The trait of moving away from what has brought success in ‘traditional’ business is going to be vital in startup stories. Conventional business places emphasis on stability and the replication of successful processes. But startups often tread ground where there is no precedent. Invention and innovation are the need of the hour. Adaptability is the name of the game. This is a time for new heroes to emerge. Interestingly, the manner in which the likes of Amazon and Flipkart (to name two) have expanded the scope of their offerings, would have sent cold shivers down the spines of ‘stick to your knitting’ espousing management consultants. But these companies interpreted expansion more in terms of exploiting opportunities, however, away from the off stump these might have seemed.

Experiment and abandon

20-20 cricket is actually a laboratory of rapid ball by ball experimentation. Everyone involved is trying out new things at that microcosmic level. What works is persisted with. What fails is quickly discarded. This process of ceaseless trial and adoption typifies successful teams. Those which are stubborn in their adherence to one idea often lose out.

Startups are writing their own genetic code. There are no best practices which have been set in stone. These have to be discovered. There is no optimal version of the product on offer. This was to be continuously tinkered with. There are no employees who are an ‘ideal fit’ for the workplace, because often when recruitment is happening the founders are grappling with that very same question. It is all about taking an action and quickly evaluating its results. The manner in which Facebook repeatedly tweaks with its audience interface, to see what might work is indicative of this startup mindset. Just like throwing in the odd slow ball never hurts in the overall scheme of things.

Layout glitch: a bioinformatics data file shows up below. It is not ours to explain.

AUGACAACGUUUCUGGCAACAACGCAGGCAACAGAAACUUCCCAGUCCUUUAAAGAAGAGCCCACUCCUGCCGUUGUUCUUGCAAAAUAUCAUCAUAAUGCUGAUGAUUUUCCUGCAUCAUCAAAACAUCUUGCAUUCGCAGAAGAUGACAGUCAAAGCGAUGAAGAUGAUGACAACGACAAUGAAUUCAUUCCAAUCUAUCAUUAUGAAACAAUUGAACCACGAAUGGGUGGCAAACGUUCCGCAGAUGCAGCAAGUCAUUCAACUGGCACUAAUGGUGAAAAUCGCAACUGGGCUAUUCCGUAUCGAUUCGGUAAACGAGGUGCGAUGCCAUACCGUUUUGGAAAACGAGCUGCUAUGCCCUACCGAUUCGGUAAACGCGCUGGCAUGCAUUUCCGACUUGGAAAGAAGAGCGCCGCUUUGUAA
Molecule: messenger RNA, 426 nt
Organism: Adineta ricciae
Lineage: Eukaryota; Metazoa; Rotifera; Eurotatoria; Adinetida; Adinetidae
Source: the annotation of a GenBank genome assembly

Have an ongoing conversation

20-20 cricket is also typified by constant, nonstop conversations. Be it in the commentary box, amongst the excited spectators, or between the men on the field and television anchors. That last aspect has represented a captivating addition to the game, even if the jury is still out on whether this should be persisted with or not. Discovering what is going on in the minds of those on the ground, and those influencing strategies off it, has always held a curious fascination for the viewer who has often wondered, ‘what goes through Sehwag’s mind when he decides to belt the first ball he faces for six?’

Startups need to embrace this concept of continuous contact. In businesses where the processes might be new to the consumer, having the lines of communication open at all times can only reassure her doubts. There is also the facility of applying last minute tweaks to the offering. The customer can be made to feel involved in the entire process, and this can only be helpful. We live in an era where people crave to know what is happening, which is why international flights show maps indicating where exactly the plane is; courier companies offer facilities to track the same with your parcel. The feeling of being in control puts the customer at ease. The perception that her voice is being heard calms her anxiety. She is likely to want to revisit that same experience again, much as audiences love it when Sehwag replies ‘Absolutely nothing!’ to the previous query.


As a carnival of cricket unravels, there is going to be a feeling of frenzied energy that will permeate the nation.

Offbeat ideas will surface every day. Interesting events will unravel. There will be inspiration staring back at us every single moment.

We have to be alert that those ‘insightful edges’ of strategic thought, don’t slip our grasp and fly away to the boundary.